Same-sex Marriage: Is Ghana Ripe for It?

Chris Boaten [an alleged gay prostitute known otherwise as Jacqueline

Chris Boateng [an alleged gay prostitute known otherwise as Jacqueline]

Human Rights v. Cultural Justice

A Review of “Gay Practice Between Adults Not A Crime Says Attorney-General and Minister of Justice- Martin A.B.K Amidu,” Vincent Baffour Acheampong/ Xfm 95.1/ Accra/ Ghana, reported

The OmanbaPa Research Group


The fundamental rule in international human rights law states that “All human beings [including; arguably, homosexuals] are born free and equal in dignity and rights. They are endowed with reason and conscience and should act towards one another in a spirit of brotherhood.” There are certainly exceptions or qualifications to this. Particularly; on choices, perceived to be injurious to the person or against other individuals within the immediate and/or wider community, where such rights are being advocated. This brings us to the issue of whether Ghana is ripe to accommodate homosexuals. I have been monitoring the debate over same-sex partnership and I have legally; listened to two top-most legal luminaries: the current CHRAJ boss and the Attorney-General, on the topic. On the moral side, I have among others, also listened to leading preachers and imams. Politically, the sitting- president and the main opposition leader, as usual, are silent over the crucial debate. So I will begin by exploring the emerging legality of the practices, taking some references from foreign countries as democratic Ghana, forms part of the global family and therefore, cannot be an isolated island.


Article 1(3) of the United Nations Charter states that one of the purposes of the UN is: “to achieve international cooperation in solving international problems of an economic, social, cultural, or humanitarian character, and in promoting and encouraging respect for human rights and for fundamental freedoms for all without distinction as to race, sex, language, or religion”. In the words of Provost, René (3), human rights are conceived as universal and egalitarian, with all people having equal rights by virtue of being human. And that these rights may exist as natural rights or as legal rights, in both national and international law. According to Freeman Michael (4), the modern sense of human rights can be traced to Renaissance Europe and the Protestant Reformation, alongside the disappearance of the feudal authoritarianism and religious conservativism that dominated the Middle Ages as a result of European scholars attempting to form a “secularized version of Judeo-Christian ethics. So is the on-going debate more of morality rather than of law?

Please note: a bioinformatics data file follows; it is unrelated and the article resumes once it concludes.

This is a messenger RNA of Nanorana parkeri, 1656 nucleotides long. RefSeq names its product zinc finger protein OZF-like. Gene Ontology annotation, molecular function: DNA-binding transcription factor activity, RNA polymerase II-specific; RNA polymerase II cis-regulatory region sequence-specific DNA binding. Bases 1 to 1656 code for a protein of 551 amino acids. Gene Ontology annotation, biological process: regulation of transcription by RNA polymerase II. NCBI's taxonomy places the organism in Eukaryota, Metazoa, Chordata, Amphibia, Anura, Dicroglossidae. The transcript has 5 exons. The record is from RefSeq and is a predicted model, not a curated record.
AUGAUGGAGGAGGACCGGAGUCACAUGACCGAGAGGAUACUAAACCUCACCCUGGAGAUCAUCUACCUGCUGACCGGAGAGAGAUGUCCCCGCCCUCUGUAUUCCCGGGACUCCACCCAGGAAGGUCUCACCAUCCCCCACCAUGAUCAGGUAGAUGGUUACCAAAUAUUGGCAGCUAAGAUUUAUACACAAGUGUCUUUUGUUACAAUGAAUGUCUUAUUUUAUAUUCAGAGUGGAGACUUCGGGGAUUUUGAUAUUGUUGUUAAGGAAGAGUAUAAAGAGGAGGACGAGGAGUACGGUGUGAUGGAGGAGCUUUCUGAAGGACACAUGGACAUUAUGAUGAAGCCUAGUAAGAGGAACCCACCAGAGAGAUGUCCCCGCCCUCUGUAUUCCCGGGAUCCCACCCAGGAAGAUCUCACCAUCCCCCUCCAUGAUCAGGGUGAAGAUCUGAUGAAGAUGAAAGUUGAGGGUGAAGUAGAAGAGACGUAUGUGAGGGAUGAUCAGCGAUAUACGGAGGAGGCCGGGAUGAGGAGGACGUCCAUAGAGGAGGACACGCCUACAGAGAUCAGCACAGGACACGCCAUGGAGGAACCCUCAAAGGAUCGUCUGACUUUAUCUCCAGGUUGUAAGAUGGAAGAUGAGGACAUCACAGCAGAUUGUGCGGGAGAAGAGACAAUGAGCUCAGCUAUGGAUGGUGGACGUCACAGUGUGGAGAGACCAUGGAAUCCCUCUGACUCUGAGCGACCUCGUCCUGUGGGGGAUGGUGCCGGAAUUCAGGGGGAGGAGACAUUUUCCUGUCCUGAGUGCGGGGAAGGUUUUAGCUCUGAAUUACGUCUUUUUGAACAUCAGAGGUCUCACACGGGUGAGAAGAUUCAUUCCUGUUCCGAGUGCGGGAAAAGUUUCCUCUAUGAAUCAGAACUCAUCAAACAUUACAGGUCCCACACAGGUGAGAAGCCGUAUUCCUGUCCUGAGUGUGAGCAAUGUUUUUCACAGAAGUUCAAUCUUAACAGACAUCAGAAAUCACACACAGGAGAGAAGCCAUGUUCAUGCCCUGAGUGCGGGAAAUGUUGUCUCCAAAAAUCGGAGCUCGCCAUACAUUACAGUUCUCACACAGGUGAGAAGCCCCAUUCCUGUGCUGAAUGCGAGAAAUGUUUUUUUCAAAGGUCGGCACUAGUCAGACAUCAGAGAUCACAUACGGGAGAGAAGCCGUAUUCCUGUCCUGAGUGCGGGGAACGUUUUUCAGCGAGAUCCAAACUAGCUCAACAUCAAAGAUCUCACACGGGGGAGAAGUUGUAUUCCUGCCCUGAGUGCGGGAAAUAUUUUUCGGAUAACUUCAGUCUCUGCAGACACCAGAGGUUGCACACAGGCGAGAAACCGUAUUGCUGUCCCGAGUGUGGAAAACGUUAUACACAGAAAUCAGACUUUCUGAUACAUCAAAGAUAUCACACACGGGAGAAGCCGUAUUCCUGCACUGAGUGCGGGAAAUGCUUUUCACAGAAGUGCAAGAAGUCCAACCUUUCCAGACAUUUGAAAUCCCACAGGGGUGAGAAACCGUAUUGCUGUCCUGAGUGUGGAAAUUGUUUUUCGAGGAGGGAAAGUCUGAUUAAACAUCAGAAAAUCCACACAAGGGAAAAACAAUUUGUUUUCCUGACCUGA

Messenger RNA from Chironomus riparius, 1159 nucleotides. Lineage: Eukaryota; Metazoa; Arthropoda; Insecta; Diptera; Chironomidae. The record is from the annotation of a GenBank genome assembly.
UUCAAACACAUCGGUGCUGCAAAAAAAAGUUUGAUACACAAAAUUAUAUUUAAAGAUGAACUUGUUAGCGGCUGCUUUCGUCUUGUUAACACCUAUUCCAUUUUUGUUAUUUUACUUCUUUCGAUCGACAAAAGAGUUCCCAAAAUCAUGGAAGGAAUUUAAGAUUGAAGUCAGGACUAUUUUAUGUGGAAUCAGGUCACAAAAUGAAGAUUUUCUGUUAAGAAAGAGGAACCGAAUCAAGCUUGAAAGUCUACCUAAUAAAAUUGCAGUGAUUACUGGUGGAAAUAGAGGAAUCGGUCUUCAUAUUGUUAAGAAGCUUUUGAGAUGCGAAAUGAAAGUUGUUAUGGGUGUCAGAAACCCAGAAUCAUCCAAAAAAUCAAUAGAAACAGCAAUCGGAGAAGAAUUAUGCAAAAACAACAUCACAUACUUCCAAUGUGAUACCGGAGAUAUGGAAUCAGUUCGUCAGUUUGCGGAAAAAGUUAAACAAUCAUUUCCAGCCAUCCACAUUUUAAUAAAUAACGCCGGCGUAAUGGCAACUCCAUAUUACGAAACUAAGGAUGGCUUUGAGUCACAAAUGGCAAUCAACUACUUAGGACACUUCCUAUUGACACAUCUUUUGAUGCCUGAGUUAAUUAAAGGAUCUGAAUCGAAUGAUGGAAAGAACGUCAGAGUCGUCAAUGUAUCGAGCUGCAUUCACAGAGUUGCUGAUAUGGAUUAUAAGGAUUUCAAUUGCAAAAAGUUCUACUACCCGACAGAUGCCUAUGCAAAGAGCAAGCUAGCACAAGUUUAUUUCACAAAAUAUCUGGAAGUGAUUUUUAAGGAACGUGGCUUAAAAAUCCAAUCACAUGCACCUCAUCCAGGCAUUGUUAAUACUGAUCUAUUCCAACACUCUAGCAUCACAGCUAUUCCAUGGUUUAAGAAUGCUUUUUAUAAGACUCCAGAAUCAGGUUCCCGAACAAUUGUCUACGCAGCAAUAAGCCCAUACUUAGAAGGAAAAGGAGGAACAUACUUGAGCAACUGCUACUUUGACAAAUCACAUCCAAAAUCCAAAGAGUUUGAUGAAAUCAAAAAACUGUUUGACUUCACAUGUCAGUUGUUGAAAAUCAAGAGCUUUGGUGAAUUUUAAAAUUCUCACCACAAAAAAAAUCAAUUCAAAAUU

International human rights considerations have bestow to humanity the right to have sexual preferences. But the often cited cliché in Ghana when it comes to the question of exercising individual’s rights had been that one’s freedom ends at where one’s nose begins. My former Government Master and friend- Asonaba Kofi Anderson roughly put it this way: “you could blandish your cutlass anyhow; provided in so doing, you don’t hurt the other person.” Rights; obligations and liberty, therefore, flow from law- otherwise, it might be seen as a violation of someone’s right to live without harm. Laws are like traffic lights- red, amber and green. Thus, we can buy any type of car or even aircraft, if we can afford it. Yet, it would be unimaginably catastrophic if we venture to screech or pilot it anyhow; especially, where we could foresee the dangers in such an adventurism.

The argument being advanced here is that there is limit to individual rights and civil liberties as human societies; arguably, are different in appearance and thought. As humans and even in the animal race; our instincts dictate to us to aspire to the best not only for ourselves but also, for our kith and kin or should we say “native land and people”. Typical Ghanaian societies are effectively; built around traditional authorities rather than local councils linked to contemporary western democracies. It is tempting to argue that our attitudes towards the familiar or our acquaintances might be warmly felt than the distant central government in Accra.